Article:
Making Copays for Patients
We have blogged in the past about a common Medicare fraud scheme that involves waiving patient copayments and deductibles. The basic scheme works like this. Medicare normally requires that healthcare providers collect a copayment equal to 20% of the covered item or service. Crooked healthcare providers will waive or forgive this 20% copay as a form of hidden kickback to the patient. “Come to me, and I won’t charge you any copay.”
The government has been wise to this fraud for many years. Indeed, HHS-OIG warned about this fraud as early as 1994. Publication of OIG Special Fraud Alerts, 59 Fed. Reg. 65372, 65374 (Dec. 19, 1994). For that reason, many fraudsters know that the excessive waiver of copays will raise a red flag with insurance company and government auditors.
Fraudsters — ever clever in their schemes to hide and conceal their frauds — have come up with new ways to hide this scheme. Some fraudsters have taken to “collecting” the copays by means of prepaid credit cards, the kind that can be commonly purchased at any local Walmart or grocery store. These prepaid credit cards are largely untraceable and, most important for the fraudsters, provide a seemingly valid debit card number that can be inserted into its books and records as the source of the alleged “payment” for the copay or deductible.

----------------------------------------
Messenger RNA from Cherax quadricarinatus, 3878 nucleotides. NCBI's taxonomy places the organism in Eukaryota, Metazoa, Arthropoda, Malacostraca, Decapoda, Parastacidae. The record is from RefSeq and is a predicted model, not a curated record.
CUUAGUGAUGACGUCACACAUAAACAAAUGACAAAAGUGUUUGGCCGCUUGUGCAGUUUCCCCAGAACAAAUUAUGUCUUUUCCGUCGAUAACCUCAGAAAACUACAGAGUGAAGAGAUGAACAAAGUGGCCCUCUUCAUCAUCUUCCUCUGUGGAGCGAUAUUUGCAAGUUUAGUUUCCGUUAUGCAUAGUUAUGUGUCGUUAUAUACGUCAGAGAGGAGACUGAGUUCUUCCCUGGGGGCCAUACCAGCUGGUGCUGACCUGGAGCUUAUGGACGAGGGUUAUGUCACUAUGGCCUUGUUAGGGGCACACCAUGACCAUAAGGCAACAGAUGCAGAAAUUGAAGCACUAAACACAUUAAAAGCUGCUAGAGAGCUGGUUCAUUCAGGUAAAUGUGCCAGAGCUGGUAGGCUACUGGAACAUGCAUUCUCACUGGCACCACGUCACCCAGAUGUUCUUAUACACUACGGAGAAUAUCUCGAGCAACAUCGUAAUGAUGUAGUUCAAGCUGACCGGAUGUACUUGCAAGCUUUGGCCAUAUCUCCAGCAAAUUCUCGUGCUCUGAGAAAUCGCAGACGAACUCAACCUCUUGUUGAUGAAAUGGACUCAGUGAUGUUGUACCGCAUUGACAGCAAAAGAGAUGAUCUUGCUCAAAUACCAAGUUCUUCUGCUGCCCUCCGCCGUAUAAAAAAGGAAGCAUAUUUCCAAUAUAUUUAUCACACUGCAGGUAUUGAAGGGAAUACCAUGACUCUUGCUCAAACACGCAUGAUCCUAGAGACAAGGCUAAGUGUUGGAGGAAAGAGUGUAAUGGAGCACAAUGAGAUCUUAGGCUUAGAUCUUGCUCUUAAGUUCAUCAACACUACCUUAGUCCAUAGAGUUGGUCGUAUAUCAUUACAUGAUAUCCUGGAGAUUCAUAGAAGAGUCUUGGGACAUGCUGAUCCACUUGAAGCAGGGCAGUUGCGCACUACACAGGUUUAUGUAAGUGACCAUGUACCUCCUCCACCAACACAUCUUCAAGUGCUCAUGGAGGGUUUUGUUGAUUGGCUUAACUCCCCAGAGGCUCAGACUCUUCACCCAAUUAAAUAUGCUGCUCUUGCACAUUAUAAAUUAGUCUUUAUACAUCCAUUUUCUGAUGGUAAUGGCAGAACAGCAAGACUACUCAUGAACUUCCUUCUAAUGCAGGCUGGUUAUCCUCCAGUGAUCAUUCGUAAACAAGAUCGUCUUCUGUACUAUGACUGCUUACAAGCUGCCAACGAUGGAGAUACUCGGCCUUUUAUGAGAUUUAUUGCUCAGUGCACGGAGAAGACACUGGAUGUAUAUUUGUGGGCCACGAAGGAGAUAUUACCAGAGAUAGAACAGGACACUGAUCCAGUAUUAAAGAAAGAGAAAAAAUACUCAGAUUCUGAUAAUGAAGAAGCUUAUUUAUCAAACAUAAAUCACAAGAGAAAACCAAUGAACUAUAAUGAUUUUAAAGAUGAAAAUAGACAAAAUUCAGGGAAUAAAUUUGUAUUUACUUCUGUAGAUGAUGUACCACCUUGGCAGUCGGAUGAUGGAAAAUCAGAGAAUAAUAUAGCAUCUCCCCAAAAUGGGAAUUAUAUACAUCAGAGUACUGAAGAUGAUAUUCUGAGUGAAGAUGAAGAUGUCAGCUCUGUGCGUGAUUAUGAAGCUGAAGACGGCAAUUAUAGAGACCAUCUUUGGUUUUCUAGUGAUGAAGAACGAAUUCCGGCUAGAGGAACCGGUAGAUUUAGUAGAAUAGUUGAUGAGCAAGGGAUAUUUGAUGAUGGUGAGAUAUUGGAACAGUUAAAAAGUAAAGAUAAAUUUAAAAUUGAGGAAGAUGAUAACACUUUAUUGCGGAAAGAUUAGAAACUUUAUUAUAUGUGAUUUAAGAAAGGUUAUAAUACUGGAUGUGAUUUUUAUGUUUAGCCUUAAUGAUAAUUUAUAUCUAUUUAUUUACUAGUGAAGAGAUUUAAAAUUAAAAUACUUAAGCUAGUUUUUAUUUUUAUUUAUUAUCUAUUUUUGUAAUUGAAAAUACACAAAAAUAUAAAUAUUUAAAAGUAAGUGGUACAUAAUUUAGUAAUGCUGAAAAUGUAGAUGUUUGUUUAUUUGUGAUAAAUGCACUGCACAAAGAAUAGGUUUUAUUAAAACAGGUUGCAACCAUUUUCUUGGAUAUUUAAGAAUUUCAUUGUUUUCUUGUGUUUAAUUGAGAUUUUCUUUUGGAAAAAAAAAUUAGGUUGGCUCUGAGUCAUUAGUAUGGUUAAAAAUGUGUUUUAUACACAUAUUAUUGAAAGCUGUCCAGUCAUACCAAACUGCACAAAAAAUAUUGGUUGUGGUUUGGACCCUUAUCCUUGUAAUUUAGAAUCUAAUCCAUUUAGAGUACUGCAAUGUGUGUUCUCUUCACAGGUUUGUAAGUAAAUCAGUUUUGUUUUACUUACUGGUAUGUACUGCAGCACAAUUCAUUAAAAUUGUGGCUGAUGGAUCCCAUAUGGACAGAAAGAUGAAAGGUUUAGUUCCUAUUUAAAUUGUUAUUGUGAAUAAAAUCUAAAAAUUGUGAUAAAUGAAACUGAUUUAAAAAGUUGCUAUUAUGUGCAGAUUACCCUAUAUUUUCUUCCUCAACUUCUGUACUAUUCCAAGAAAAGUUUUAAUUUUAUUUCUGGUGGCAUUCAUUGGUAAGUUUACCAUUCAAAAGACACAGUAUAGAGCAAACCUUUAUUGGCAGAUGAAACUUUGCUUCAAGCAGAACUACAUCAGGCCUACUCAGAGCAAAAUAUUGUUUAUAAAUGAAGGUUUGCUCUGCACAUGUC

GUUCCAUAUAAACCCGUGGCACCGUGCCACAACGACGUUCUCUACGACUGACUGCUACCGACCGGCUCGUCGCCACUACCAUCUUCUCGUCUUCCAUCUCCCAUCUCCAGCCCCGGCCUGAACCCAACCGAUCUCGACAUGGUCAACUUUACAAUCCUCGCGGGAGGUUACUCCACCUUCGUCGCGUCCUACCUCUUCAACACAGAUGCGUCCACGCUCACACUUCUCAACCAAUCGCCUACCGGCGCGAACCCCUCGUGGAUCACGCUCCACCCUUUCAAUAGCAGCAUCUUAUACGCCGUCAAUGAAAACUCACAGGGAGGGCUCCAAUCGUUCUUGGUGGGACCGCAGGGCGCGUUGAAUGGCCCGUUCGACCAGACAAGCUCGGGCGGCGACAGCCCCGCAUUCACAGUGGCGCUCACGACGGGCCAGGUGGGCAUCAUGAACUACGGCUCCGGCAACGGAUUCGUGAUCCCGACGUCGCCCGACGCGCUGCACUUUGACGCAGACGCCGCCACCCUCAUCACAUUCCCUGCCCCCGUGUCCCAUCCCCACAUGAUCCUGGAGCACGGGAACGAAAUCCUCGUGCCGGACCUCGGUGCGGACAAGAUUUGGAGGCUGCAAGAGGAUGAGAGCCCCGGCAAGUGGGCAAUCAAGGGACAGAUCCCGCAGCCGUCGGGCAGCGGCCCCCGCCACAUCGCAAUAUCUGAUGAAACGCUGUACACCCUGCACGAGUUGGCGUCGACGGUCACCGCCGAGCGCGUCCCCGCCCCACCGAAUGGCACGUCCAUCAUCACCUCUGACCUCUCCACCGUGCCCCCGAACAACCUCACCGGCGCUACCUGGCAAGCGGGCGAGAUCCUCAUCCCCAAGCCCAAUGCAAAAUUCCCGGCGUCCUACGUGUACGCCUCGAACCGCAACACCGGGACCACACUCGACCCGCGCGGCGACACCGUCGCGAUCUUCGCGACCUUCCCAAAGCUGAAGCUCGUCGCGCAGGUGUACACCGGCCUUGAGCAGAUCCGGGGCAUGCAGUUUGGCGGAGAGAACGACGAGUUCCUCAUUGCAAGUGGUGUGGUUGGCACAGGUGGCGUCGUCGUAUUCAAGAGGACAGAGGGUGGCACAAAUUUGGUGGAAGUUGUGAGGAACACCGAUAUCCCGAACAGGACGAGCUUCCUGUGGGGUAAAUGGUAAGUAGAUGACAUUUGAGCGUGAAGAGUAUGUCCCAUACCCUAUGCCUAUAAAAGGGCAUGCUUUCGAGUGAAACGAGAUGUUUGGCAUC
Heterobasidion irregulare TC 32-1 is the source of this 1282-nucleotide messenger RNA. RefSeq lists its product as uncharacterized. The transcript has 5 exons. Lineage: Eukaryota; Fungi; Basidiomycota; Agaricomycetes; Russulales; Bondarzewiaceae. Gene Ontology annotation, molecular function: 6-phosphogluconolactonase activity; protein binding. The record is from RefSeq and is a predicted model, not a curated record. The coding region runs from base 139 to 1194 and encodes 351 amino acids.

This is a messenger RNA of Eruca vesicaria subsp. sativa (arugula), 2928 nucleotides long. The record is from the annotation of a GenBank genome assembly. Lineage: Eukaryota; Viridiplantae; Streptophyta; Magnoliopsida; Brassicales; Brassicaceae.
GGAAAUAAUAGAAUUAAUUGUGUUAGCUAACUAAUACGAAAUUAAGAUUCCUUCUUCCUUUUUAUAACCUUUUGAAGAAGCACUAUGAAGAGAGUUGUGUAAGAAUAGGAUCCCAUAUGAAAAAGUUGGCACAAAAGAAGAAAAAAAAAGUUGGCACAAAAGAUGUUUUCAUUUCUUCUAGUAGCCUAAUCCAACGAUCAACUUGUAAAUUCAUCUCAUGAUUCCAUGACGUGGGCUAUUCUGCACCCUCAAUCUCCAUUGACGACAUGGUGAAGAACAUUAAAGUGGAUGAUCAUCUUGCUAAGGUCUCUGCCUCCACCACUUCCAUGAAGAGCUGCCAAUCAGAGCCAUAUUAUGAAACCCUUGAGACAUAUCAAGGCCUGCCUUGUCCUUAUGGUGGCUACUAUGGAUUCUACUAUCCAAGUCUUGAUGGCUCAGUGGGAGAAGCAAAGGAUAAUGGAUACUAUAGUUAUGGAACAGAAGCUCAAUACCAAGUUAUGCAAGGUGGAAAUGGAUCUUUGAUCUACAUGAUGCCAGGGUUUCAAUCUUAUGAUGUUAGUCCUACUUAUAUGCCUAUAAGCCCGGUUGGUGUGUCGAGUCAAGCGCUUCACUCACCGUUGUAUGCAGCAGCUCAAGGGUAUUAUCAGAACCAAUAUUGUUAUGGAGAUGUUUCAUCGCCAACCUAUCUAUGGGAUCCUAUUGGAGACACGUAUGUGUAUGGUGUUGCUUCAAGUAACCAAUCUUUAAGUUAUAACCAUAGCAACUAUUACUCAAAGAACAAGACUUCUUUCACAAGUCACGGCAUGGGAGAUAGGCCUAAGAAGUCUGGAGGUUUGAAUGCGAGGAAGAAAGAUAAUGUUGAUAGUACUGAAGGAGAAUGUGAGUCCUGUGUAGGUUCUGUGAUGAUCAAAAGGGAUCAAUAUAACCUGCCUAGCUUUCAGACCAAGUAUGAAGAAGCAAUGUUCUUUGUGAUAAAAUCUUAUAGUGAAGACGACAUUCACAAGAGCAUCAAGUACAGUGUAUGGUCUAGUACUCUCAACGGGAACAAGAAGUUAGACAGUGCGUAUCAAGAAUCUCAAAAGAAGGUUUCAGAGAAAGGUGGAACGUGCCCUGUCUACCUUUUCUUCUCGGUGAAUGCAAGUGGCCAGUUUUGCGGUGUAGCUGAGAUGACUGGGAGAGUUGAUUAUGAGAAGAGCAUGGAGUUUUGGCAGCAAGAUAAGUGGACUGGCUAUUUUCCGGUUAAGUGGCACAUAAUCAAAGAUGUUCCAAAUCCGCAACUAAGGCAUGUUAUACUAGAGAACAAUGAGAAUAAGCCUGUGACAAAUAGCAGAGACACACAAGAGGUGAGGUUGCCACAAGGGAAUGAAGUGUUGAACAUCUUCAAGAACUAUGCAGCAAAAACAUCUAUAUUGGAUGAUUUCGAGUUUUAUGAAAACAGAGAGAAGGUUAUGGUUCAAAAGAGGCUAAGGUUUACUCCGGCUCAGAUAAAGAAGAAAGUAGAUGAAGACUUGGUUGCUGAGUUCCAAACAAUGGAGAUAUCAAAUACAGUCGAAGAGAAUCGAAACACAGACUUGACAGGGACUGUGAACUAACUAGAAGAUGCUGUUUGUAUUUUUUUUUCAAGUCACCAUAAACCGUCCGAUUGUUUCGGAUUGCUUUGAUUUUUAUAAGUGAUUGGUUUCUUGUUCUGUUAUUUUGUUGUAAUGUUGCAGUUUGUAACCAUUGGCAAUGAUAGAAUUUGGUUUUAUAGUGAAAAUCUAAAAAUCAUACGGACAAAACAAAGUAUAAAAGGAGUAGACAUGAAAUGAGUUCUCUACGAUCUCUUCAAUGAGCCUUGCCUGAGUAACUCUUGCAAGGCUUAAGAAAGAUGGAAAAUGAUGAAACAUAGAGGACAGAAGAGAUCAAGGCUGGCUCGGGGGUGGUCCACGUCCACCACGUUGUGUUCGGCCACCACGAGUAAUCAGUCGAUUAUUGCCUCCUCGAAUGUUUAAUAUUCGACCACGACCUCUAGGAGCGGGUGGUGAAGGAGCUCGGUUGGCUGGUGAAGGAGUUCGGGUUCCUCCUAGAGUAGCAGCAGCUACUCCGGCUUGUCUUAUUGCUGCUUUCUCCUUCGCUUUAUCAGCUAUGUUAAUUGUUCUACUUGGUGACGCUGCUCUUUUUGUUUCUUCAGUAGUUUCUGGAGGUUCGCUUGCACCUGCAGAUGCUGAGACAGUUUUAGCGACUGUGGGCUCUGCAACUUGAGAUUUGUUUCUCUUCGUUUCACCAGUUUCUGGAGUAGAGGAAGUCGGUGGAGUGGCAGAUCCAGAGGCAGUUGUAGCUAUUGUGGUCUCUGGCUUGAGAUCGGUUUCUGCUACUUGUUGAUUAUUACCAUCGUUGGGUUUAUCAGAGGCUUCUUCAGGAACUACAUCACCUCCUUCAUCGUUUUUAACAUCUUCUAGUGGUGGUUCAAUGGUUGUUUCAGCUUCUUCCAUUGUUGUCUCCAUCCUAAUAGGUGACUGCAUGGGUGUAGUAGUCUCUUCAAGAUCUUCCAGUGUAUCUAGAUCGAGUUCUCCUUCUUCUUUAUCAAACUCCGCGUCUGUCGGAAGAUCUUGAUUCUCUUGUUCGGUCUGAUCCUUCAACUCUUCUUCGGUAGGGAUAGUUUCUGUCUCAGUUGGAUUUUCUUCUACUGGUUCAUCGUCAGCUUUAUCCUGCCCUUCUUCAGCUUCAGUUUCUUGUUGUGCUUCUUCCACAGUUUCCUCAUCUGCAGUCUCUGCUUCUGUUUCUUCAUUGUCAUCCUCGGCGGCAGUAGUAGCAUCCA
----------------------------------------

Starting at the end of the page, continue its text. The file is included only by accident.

This bit of deception satisfies two aims. First, it relieves any burden from the patient to satisfy the copay. This allows the fraudster to continue to commit the fraud without any complaint by the patient, who has never been asked to pay for anything.
Second, it provides a reasonably good “CYA” trail in case the government or investigators examine the record of copay collections. With this scam, the copay was not “waived” at all on the books and records. Instead, it was fully “collected” with a seemingly valid credit card receipt. Little do auditors know that the credit card at issue was purchased by the fraudster.
The only way to catch this scheme would be for an inside whistleblower to come forward and report it to the government, or for auditors to stumble upon the odd coincidence that multiple patients are paying their copays using the same credit card!
Schemes like this are the reason taxpayers continue to lose billions every year to healthcare fraud. The government simply cannot catch all of the fraud on its own and relies upon honest employees who are willing to come forward to report the frauds of their employers.
If you know about a healthcare provider that engages in this type of deceptive practice, you may be able to bring a qui tam whistleblower case. Contact our attorneys for a free consultation.